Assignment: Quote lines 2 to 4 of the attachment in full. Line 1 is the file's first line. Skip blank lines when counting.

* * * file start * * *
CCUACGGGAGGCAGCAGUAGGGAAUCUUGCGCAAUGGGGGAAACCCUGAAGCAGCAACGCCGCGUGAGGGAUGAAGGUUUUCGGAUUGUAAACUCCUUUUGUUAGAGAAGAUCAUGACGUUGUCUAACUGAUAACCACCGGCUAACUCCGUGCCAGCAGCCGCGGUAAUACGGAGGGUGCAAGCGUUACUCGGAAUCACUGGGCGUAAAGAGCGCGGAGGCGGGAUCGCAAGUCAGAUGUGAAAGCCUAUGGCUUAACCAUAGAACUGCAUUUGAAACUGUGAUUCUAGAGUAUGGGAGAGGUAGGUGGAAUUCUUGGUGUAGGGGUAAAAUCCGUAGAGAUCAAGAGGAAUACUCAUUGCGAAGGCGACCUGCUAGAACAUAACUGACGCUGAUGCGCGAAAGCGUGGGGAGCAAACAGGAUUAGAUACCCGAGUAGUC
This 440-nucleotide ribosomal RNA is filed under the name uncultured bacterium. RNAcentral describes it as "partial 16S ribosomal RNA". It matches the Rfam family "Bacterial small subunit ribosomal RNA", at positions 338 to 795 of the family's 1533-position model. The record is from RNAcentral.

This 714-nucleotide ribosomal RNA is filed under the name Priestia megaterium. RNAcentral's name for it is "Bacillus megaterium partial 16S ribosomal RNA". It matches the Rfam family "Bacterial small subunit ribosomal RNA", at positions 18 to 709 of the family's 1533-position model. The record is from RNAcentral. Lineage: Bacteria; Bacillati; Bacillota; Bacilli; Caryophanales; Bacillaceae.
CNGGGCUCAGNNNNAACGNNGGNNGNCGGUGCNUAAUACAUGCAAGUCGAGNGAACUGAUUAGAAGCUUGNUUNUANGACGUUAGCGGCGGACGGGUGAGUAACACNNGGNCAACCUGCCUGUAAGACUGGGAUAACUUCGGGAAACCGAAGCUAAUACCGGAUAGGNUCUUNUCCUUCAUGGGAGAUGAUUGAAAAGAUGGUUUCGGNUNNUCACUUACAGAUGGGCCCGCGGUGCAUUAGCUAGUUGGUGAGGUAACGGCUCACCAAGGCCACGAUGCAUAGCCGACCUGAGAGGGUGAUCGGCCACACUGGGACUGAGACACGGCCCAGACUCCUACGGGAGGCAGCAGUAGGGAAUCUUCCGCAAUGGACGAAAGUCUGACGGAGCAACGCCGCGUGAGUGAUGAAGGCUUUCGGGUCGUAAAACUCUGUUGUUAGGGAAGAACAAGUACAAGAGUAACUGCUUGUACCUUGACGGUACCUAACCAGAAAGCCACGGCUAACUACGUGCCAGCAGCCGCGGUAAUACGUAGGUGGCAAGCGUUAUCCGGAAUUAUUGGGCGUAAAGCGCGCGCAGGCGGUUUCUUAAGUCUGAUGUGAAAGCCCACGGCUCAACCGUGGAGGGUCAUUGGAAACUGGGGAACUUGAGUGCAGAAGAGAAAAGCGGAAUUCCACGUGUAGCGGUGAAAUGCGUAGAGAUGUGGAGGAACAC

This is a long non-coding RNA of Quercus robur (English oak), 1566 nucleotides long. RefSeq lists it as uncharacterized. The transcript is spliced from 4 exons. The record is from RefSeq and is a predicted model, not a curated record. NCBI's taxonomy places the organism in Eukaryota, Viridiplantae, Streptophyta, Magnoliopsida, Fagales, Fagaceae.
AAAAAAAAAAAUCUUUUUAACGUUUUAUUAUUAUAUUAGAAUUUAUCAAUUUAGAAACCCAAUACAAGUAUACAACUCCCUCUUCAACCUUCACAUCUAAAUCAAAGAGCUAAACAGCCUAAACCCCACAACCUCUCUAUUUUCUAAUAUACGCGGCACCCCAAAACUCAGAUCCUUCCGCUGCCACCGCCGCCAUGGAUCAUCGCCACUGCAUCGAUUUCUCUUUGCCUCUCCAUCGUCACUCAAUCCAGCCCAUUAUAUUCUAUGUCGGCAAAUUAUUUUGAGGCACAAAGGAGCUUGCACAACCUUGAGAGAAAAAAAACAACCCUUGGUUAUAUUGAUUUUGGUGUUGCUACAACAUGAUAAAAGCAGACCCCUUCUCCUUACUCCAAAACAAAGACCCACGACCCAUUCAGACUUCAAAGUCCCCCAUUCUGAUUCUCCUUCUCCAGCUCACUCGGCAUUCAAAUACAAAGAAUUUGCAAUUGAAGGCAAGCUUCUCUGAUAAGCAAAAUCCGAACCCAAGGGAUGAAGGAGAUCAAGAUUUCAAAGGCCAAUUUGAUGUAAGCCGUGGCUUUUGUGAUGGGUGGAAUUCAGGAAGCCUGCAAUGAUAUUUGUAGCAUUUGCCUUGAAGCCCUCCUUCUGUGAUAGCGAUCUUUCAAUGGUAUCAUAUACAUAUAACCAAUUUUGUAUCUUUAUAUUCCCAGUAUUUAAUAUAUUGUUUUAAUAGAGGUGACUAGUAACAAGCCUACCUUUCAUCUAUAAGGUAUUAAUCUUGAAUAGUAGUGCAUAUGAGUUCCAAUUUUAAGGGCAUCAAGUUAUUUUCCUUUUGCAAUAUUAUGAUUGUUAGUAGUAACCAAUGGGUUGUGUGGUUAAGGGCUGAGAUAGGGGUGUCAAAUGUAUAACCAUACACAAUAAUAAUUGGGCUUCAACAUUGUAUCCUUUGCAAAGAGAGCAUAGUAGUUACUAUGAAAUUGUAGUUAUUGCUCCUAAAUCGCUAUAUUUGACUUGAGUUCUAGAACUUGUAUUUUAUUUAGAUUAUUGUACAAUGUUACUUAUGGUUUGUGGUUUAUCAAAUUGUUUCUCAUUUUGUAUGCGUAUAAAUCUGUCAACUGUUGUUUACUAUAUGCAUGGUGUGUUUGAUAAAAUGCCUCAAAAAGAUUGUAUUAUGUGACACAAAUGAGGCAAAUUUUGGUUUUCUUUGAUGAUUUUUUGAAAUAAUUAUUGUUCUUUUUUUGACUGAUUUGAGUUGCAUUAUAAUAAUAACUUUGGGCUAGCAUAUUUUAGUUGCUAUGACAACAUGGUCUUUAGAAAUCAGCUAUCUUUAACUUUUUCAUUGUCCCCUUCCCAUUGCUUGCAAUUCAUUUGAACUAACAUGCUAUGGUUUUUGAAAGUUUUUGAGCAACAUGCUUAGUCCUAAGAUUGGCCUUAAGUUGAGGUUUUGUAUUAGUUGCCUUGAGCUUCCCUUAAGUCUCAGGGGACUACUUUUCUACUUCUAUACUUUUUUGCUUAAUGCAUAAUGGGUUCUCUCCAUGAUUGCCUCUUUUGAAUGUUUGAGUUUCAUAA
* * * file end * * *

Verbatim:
This 440-nucleotide ribosomal RNA is filed under the name uncultured bacterium. RNAcentral describes it as "partial 16S ribosomal RNA". It matches the Rfam family "Bacterial small subunit ribosomal RNA", at positions 338 to 795 of the family's 1533-position model. The record is from RNAcentral.

This 714-nucleotide ribosomal RNA is filed under the name Priestia megaterium. RNAcentral's name for it is "Bacillus megaterium partial 16S ribosomal RNA". It matches the Rfam family "Bacterial small subunit ribosomal RNA", at positions 18 to 709 of the family's 1533-position model. The record is from RNAcentral. Lineage: Bacteria; Bacillati; Bacillota; Bacilli; Caryophanales; Bacillaceae.
CNGGGCUCAGNNNNAACGNNGGNNGNCGGUGCNUAAUACAUGCAAGUCGAGNGAACUGAUUAGAAGCUUGNUUNUANGACGUUAGCGGCGGACGGGUGAGUAACACNNGGNCAACCUGCCUGUAAGACUGGGAUAACUUCGGGAAACCGAAGCUAAUACCGGAUAGGNUCUUNUCCUUCAUGGGAGAUGAUUGAAAAGAUGGUUUCGGNUNNUCACUUACAGAUGGGCCCGCGGUGCAUUAGCUAGUUGGUGAGGUAACGGCUCACCAAGGCCACGAUGCAUAGCCGACCUGAGAGGGUGAUCGGCCACACUGGGACUGAGACACGGCCCAGACUCCUACGGGAGGCAGCAGUAGGGAAUCUUCCGCAAUGGACGAAAGUCUGACGGAGCAACGCCGCGUGAGUGAUGAAGGCUUUCGGGUCGUAAAACUCUGUUGUUAGGGAAGAACAAGUACAAGAGUAACUGCUUGUACCUUGACGGUACCUAACCAGAAAGCCACGGCUAACUACGUGCCAGCAGCCGCGGUAAUACGUAGGUGGCAAGCGUUAUCCGGAAUUAUUGGGCGUAAAGCGCGCGCAGGCGGUUUCUUAAGUCUGAUGUGAAAGCCCACGGCUCAACCGUGGAGGGUCAUUGGAAACUGGGGAACUUGAGUGCAGAAGAGAAAAGCGGAAUUCCACGUGUAGCGGUGAAAUGCGUAGAGAUGUGGAGGAACAC